Chronic eczema requires a different treatment approach to acute and subacute eczema, focusing on identifying the changes necessary to break the cycle of symptoms while maintaining daily skin care. Chronic eczema can lead to a heightened Th1 immune response, with a delayed hypersensitivity.(BEI 2012) Treatment should involve:


For moderate and severe cases which do not respond to first-line treatments, escalating to systemic immunomodulatory medication will be necessary. The objective is to interrupt the inflammatory processes which are preventing the skin from healing. Some options include:

The Stages of Eczema Healing

Healing from an eczema flare is a journey that progresses through various stages. As you move through your treatment plan, you'll notice a reduction in eczema symptoms and eventually, a decline in their frequency. It is important to remember that triggers and skin barrier weakness may continue to cause symptoms or flare-ups over time. Healing is rarely linear so there you may experience two steps forward, one step back and so on. 

As you progress through the healing stages, you'll notice the following changes:

  • Inflammation subsides and heat reduces

  • Dryness can increase briefly following a period of inflammation

  • Dryness diminishes as the skin repairs itself

  • Itchiness calms down

  • Thickened skin lightens and loosens

  • Discoloration can lessen

Throughout the healing process, it's crucial to address the symptoms present at each stage. Once your skin has healed, you may find that it becomes more resilient to triggers, allowing you to reintroduce certain foods or activities into your lifestyle without causing a flare-up. For example, if a leaky gut had led to certain foods triggering your eczema. Once the gut has healed, the triggering foods may not be so problematic any more.

What to Do Next

The above walked you through an eczema flare in stages. However, for most people eczema is a lifelong balancing act between their environment, their skin barrier strength, and their immune system function.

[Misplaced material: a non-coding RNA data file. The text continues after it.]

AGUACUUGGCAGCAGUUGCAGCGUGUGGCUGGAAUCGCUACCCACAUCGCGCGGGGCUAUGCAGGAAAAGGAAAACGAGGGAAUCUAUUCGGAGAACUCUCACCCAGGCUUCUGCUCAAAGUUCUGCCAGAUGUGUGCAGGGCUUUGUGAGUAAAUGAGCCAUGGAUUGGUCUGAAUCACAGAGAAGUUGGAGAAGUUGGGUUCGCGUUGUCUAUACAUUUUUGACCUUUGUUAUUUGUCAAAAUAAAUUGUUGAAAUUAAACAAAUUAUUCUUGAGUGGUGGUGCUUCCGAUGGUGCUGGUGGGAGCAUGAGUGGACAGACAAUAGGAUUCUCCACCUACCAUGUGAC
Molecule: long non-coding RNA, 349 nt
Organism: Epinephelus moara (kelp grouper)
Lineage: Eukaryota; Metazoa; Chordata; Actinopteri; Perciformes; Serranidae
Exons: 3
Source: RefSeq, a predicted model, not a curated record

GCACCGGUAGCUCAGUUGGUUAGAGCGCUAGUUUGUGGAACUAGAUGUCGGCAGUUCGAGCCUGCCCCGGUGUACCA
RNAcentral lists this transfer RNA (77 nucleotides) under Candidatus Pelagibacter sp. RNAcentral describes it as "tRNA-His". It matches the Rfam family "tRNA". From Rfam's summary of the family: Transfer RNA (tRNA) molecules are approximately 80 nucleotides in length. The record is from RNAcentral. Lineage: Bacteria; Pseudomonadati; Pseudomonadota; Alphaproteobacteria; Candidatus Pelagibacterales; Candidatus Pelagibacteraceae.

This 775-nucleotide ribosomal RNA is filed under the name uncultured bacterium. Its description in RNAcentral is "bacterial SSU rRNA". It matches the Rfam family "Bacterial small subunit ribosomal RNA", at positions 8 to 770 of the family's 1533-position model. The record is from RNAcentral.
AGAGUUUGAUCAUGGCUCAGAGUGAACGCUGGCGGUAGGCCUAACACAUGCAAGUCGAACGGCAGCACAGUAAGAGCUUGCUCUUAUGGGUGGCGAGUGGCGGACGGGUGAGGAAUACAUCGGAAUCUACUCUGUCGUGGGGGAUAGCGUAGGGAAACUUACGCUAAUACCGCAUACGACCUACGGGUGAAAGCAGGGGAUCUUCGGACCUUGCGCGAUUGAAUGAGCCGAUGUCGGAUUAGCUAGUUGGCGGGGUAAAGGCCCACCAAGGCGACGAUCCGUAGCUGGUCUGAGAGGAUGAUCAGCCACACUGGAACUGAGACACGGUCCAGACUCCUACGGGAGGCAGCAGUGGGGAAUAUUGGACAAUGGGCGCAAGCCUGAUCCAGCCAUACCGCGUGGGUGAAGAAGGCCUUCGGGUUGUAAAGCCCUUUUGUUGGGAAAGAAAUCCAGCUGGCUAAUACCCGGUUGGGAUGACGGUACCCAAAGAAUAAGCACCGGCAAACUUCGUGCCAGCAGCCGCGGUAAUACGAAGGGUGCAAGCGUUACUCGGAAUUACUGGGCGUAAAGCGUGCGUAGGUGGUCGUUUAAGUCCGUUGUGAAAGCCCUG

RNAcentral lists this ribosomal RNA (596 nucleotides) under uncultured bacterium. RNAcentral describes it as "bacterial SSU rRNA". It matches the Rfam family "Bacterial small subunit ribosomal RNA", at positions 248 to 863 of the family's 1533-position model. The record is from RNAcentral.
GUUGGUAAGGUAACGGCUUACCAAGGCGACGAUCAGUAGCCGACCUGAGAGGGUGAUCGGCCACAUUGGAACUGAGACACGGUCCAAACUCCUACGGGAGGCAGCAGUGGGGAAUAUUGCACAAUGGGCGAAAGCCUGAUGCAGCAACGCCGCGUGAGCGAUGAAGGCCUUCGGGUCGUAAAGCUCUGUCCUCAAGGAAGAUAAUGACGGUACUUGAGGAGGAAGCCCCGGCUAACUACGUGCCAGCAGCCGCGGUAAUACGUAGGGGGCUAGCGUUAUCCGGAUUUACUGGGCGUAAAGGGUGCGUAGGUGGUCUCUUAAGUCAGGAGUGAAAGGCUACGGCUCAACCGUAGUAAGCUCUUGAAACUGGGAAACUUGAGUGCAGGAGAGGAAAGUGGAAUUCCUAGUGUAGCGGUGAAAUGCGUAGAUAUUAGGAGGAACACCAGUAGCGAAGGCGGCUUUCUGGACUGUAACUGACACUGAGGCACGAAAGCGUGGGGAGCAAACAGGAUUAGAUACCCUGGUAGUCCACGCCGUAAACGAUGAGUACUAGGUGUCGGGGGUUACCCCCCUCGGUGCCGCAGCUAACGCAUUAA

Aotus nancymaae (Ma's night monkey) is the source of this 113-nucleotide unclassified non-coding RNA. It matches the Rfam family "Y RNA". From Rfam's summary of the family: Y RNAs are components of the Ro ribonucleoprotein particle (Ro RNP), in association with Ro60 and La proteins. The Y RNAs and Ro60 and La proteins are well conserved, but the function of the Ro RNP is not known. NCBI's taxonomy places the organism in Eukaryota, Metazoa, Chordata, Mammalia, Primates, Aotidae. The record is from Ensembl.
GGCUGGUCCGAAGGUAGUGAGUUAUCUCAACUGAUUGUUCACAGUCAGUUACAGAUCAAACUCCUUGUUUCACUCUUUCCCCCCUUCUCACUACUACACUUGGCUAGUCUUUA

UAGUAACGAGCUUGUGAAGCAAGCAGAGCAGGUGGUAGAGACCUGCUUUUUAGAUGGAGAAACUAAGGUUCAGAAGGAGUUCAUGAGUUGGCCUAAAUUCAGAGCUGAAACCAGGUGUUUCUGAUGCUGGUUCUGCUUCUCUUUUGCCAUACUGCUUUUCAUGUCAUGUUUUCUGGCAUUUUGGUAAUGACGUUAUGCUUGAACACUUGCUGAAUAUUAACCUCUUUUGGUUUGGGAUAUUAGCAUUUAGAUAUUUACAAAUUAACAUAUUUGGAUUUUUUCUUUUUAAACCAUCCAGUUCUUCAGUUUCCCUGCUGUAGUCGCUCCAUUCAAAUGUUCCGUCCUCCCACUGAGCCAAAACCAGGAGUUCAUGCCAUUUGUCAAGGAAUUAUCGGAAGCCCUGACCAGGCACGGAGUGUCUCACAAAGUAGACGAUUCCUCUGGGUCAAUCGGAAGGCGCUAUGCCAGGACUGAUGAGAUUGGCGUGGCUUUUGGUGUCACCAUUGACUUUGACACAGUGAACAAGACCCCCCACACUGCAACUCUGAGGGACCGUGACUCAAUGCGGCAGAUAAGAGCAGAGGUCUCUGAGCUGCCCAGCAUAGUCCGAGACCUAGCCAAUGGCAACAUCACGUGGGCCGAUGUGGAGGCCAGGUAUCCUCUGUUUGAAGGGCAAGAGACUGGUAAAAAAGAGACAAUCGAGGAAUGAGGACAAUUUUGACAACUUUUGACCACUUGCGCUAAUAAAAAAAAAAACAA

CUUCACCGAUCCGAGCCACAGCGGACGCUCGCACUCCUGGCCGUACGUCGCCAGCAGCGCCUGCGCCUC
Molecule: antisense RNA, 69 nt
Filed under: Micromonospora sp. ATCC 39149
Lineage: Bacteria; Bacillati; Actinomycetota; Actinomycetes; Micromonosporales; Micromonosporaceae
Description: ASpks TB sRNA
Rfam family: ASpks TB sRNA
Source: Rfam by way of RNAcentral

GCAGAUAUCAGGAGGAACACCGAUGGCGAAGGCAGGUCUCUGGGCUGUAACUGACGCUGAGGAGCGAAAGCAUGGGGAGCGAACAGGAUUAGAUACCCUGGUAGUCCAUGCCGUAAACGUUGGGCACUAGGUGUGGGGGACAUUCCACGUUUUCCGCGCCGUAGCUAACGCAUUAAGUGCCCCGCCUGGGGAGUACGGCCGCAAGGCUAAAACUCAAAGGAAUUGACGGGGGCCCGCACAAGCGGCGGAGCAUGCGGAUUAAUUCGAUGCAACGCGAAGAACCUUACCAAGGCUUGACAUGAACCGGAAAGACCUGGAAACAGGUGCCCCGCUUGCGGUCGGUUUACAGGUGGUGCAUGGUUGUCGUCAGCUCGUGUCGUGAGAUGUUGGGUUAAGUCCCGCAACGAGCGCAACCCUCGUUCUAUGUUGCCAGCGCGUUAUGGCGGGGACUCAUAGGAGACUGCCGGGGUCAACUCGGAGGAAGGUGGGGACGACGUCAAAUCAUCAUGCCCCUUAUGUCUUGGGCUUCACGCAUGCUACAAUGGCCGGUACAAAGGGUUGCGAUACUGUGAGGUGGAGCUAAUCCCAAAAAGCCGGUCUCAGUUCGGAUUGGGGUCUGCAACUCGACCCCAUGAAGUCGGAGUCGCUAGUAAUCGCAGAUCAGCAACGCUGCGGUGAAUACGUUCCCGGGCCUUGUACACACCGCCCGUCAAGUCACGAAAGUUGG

The best flare management is avoiding a flare all together. After your flare subsides, think about how to avoid triggers, build a stronger skin barrier, and keep a balanced immune system by:

  • Understanding your skin's unique needs and characteristics

  • Identifying and avoiding triggers that exacerbate your eczema

  • Find suitable moisturizers to build your skin barrier

  • Monitor your progress and adjust your treatment plan as needed tracking

  • Be patient and stay committed to managing your eczema in the long term

We encourage you to explore our website to learn more about eczema and find the resources and support needed to manage this complex skin condition effectively. 


Remember, you are not alone in this battle, and there is help available to guide you every step of the way.


Share your experiences with us! Tell us what has and hasn’t worked for you. What did we miss in this article that you've found personally impactful? Your insights can help others better understand and manage their eczema.

About the Author(s)

Dr. Nicole Scott, PhD, MPH

Dr. Scott has published 29 peer-reviewed papers regarding human biology and the microbiome. Her work has been cited over 4300 times by other scientists.

She has battled eczema for most of her life and is the Founder of Rulo Skin.

Read her work on Google Scholar

Special Thanks

This article was prepared in collaboration with the Itchhikers Guide